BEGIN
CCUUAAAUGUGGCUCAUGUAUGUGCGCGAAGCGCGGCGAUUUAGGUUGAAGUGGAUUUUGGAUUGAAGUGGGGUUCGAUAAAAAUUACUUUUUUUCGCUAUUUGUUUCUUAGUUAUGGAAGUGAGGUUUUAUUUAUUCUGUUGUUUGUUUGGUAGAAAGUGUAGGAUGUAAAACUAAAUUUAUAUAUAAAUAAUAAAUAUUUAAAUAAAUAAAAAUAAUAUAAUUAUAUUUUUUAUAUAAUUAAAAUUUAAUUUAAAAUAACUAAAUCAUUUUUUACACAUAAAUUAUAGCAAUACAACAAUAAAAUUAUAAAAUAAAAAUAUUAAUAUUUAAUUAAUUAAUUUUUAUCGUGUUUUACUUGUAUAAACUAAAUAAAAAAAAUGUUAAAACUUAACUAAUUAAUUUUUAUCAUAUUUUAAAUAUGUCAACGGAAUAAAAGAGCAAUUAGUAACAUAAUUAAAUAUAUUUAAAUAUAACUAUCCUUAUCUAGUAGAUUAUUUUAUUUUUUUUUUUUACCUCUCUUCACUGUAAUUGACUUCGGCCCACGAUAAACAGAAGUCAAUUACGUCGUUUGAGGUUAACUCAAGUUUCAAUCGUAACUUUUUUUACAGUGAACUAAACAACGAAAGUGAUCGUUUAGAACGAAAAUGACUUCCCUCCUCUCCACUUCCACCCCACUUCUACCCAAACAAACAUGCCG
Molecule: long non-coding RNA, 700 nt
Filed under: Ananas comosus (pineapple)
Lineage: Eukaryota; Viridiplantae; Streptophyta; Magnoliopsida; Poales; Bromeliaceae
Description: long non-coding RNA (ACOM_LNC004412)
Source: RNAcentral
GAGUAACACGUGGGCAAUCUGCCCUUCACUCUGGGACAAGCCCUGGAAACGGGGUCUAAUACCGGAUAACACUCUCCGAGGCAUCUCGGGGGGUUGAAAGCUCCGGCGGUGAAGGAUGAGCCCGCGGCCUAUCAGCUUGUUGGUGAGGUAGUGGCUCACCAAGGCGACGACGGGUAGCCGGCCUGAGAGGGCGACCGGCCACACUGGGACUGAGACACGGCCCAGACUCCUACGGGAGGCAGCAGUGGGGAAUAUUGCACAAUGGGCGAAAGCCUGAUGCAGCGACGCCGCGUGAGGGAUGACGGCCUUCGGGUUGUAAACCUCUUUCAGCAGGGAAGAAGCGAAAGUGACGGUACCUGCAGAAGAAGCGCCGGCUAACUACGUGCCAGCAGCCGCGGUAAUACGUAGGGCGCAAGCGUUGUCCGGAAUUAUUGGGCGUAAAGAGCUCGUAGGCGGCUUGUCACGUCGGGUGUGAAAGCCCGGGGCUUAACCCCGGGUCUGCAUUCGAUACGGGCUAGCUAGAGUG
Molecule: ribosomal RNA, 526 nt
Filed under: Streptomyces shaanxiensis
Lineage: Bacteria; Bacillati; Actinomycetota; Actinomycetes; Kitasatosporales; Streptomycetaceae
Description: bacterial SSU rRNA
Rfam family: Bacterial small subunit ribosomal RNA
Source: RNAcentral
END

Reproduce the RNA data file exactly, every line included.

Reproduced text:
CCUUAAAUGUGGCUCAUGUAUGUGCGCGAAGCGCGGCGAUUUAGGUUGAAGUGGAUUUUGGAUUGAAGUGGGGUUCGAUAAAAAUUACUUUUUUUCGCUAUUUGUUUCUUAGUUAUGGAAGUGAGGUUUUAUUUAUUCUGUUGUUUGUUUGGUAGAAAGUGUAGGAUGUAAAACUAAAUUUAUAUAUAAAUAAUAAAUAUUUAAAUAAAUAAAAAUAAUAUAAUUAUAUUUUUUAUAUAAUUAAAAUUUAAUUUAAAAUAACUAAAUCAUUUUUUACACAUAAAUUAUAGCAAUACAACAAUAAAAUUAUAAAAUAAAAAUAUUAAUAUUUAAUUAAUUAAUUUUUAUCGUGUUUUACUUGUAUAAACUAAAUAAAAAAAAUGUUAAAACUUAACUAAUUAAUUUUUAUCAUAUUUUAAAUAUGUCAACGGAAUAAAAGAGCAAUUAGUAACAUAAUUAAAUAUAUUUAAAUAUAACUAUCCUUAUCUAGUAGAUUAUUUUAUUUUUUUUUUUUACCUCUCUUCACUGUAAUUGACUUCGGCCCACGAUAAACAGAAGUCAAUUACGUCGUUUGAGGUUAACUCAAGUUUCAAUCGUAACUUUUUUUACAGUGAACUAAACAACGAAAGUGAUCGUUUAGAACGAAAAUGACUUCCCUCCUCUCCACUUCCACCCCACUUCUACCCAAACAAACAUGCCG
Molecule: long non-coding RNA, 700 nt
Filed under: Ananas comosus (pineapple)
Lineage: Eukaryota; Viridiplantae; Streptophyta; Magnoliopsida; Poales; Bromeliaceae
Description: long non-coding RNA (ACOM_LNC004412)
Source: RNAcentral
GAGUAACACGUGGGCAAUCUGCCCUUCACUCUGGGACAAGCCCUGGAAACGGGGUCUAAUACCGGAUAACACUCUCCGAGGCAUCUCGGGGGGUUGAAAGCUCCGGCGGUGAAGGAUGAGCCCGCGGCCUAUCAGCUUGUUGGUGAGGUAGUGGCUCACCAAGGCGACGACGGGUAGCCGGCCUGAGAGGGCGACCGGCCACACUGGGACUGAGACACGGCCCAGACUCCUACGGGAGGCAGCAGUGGGGAAUAUUGCACAAUGGGCGAAAGCCUGAUGCAGCGACGCCGCGUGAGGGAUGACGGCCUUCGGGUUGUAAACCUCUUUCAGCAGGGAAGAAGCGAAAGUGACGGUACCUGCAGAAGAAGCGCCGGCUAACUACGUGCCAGCAGCCGCGGUAAUACGUAGGGCGCAAGCGUUGUCCGGAAUUAUUGGGCGUAAAGAGCUCGUAGGCGGCUUGUCACGUCGGGUGUGAAAGCCCGGGGCUUAACCCCGGGUCUGCAUUCGAUACGGGCUAGCUAGAGUG
Molecule: ribosomal RNA, 526 nt
Filed under: Streptomyces shaanxiensis
Lineage: Bacteria; Bacillati; Actinomycetota; Actinomycetes; Kitasatosporales; Streptomycetaceae
Description: bacterial SSU rRNA
Rfam family: Bacterial small subunit ribosomal RNA
Source: RNAcentral